The Role of Information Systems in Management

In any company with more than two employees, computers and technology systems play a vital role. In the modern world, all aspects of business are becoming more and more data-driven, virtually stored and persistently available on a global scale. Information systems are critical to the day-to-day operation of any business, and in many instances, these systems are so ubiquitous that they are invisible to both employees and management. No one wonders how the company-wide email system works until it doesn’t; no one asks where the files for the website are stored until the business’s internet presence disappears.

It’s easy to think of IT as a group that works out of the basement, and no one goes down there unless they’ve lost a bet among their peers. Moreover, no one in IT likes to have to explain to non-IT employees the difference between a router, a switch and a hub. However, a business that fails to have technology and management working together is bound to underperform.

Who Has Your Data?

Most successful companies make decisions based on the data they collect. Since companies are digitizing and storing all data electronically (locally, in the cloud or on a server farm), the ability to access, retrieve, utilize, preserve and protect that data falls under the broad definition of IT — information technology — and IS — information systems. A top concern for companies is maintaining privacy in order to avoid losing customer trust, experiencing product theft or dealing with expensive litigation. As technology becomes more and more complex, business management must learn how to navigate the often-complicated relationship that involves technology and management working together. It isn’t just within your internal data structures where you’ll find a variety of information systems; as businesses become more active on a global scale, the interaction between IT and marketing becomes more and more vital to the success of the company.

A company’s leaders should understand the structure and mechanics of a business’s IS strategy. Where the business’s data is stored, how it is stored in that location and the costs associated with access and retrieval of that data all impact the business. While many managers may dismiss the technical jargon they see in IT presentations, the critical availability of data — as well as the ability to utilize that data readily — are critical to the day-to-day operations of a business. If it takes you six weeks to deliver a product to a market, you don’t want to have to wait six months to mine results from that market’s customer data.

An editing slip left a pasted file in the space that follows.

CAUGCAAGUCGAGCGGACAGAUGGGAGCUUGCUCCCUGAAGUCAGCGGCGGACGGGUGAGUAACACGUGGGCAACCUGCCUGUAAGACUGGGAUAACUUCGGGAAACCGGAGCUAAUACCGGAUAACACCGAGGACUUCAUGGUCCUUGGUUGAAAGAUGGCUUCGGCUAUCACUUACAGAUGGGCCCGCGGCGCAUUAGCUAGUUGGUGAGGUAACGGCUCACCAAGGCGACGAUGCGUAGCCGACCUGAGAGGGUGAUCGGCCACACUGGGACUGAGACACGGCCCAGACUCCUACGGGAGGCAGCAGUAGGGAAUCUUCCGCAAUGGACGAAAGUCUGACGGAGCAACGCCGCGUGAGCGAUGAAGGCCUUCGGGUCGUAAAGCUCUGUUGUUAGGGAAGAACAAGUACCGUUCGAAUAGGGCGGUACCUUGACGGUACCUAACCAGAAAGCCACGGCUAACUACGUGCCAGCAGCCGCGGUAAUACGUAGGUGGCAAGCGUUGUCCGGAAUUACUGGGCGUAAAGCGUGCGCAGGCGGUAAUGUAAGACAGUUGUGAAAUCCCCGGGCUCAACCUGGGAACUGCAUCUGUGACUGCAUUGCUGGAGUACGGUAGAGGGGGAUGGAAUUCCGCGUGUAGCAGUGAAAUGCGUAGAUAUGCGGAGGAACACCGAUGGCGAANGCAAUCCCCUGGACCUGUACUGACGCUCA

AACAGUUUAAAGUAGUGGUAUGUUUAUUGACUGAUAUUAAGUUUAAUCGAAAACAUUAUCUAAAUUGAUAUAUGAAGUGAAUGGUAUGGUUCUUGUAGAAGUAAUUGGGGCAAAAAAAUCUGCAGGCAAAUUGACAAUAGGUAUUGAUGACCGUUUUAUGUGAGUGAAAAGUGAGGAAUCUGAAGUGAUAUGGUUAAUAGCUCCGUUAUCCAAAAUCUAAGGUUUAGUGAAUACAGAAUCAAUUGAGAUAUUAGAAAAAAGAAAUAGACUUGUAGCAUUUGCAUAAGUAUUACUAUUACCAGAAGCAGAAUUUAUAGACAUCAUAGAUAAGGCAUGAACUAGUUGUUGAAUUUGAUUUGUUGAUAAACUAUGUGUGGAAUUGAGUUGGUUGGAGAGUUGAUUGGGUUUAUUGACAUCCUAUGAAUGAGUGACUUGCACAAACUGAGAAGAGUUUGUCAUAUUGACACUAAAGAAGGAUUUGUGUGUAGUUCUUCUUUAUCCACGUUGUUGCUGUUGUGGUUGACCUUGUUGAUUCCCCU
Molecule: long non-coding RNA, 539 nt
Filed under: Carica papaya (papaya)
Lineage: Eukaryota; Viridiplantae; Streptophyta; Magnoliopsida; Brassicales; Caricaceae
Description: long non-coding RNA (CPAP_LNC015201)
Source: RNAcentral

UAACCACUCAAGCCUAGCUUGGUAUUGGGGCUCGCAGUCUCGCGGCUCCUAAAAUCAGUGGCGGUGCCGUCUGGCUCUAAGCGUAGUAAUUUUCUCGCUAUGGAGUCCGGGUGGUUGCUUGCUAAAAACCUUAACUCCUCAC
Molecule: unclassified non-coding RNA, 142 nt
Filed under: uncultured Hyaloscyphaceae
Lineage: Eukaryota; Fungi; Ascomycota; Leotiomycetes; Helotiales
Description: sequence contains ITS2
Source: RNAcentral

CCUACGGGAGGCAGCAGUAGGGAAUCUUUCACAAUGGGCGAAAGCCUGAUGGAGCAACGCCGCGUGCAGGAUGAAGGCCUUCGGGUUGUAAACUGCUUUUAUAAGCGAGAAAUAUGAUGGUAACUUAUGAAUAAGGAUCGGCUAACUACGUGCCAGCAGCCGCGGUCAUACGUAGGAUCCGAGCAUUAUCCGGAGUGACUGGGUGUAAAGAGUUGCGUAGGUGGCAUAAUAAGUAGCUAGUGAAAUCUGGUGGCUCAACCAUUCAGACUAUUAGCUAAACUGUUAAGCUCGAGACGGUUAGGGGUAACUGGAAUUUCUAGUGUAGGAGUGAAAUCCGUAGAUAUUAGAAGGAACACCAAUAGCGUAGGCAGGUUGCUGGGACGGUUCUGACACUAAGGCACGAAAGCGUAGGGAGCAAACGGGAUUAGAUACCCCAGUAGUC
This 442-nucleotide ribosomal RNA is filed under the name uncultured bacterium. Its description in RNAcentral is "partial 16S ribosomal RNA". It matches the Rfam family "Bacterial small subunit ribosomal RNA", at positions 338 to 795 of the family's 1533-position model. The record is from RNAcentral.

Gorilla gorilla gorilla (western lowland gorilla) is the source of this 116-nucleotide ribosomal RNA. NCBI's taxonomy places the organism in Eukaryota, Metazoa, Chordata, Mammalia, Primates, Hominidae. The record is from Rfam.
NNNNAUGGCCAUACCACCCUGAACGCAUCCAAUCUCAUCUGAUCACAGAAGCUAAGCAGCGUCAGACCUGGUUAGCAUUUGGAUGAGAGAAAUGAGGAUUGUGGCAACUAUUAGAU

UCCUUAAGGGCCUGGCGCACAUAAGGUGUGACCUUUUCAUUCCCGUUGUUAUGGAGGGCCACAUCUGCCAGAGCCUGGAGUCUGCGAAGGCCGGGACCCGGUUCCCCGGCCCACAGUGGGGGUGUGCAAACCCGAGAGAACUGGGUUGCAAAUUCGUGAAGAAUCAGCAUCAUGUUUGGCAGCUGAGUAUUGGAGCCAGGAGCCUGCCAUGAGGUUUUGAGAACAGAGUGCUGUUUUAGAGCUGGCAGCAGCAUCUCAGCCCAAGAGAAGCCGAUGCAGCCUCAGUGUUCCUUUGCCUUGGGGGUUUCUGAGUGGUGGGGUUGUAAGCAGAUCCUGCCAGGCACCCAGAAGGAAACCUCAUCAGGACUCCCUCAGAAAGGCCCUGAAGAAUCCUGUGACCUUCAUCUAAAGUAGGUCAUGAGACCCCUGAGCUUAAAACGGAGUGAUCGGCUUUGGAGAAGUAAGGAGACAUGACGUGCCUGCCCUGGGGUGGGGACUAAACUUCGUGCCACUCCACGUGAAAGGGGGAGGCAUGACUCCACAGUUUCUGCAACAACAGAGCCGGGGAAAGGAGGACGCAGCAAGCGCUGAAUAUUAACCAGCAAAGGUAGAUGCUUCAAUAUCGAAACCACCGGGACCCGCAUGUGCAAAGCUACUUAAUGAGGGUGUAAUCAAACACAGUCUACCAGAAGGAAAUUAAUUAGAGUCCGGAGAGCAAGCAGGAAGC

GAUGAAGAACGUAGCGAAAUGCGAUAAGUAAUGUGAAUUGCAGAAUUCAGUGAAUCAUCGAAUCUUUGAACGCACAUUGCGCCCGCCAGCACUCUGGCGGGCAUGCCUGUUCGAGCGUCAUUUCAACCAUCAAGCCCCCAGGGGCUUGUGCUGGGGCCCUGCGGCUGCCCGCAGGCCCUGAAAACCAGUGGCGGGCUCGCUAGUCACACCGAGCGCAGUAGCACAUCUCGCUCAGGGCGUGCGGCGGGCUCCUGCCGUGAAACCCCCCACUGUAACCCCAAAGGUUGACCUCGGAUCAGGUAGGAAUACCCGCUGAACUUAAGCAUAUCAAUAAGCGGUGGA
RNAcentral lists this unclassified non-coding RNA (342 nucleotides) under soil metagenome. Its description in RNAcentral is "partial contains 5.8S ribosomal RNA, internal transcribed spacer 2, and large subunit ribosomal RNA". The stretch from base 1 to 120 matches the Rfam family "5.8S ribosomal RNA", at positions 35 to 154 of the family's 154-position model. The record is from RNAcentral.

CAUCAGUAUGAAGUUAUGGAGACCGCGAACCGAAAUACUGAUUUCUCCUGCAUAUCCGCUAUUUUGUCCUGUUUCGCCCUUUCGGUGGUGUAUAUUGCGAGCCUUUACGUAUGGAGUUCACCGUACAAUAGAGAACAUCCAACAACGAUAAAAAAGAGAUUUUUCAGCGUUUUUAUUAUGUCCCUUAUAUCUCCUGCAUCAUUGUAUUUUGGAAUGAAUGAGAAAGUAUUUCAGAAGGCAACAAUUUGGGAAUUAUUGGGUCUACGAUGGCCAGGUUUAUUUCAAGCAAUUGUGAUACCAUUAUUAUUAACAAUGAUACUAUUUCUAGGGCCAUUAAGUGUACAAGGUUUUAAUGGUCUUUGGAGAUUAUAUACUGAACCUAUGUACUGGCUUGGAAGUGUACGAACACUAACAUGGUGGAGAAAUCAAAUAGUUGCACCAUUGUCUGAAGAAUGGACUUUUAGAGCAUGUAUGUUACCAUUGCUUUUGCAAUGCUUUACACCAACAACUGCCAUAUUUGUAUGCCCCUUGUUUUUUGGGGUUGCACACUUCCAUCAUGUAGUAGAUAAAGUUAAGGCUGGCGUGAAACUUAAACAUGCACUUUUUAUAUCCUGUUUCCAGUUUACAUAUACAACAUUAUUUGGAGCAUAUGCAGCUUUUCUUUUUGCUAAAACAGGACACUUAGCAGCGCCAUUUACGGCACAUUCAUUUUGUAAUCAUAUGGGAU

Back to Front

While IT has traditionally been a “back office” aspect of a business, recent data mining technologies have allowed IT and marketing to more readily derive real-time data results from queries into the available customer data. If you know what your customers want almost as immediately as they do, you can more readily deliver products in a timely fashion. With technology and management working together, an agile business can improve the transaction time with each customer, as well as ensuring informed persistence in future communications with these customers.

Fields, Not Silos

According to CMS Wire, the “benefits of cross-functional collaboration cannot be overstated. When teams work together, they achieve higher margins and greater levels of customer loyalty than organizations that don’t work together as well.” In the past, information services and information technology were distinct “silos” within an organization. However, as companies grow, the need to share data across divisions and within projects becomes more important than these individual protectorates. Why would you want to store a single customer’s information across three different divisions of your company? Why not store it in one place — one central field of data — and, with a proactive relationship involving technology and management working together, your business will be more efficient: better able to build products, adapt the pipeline of available products and change various marketing strategies as the marketplace and your customers’ needs change. That’s where success lies. Not in wondering where the punch cards for the antiquated HR system have been stored this week.

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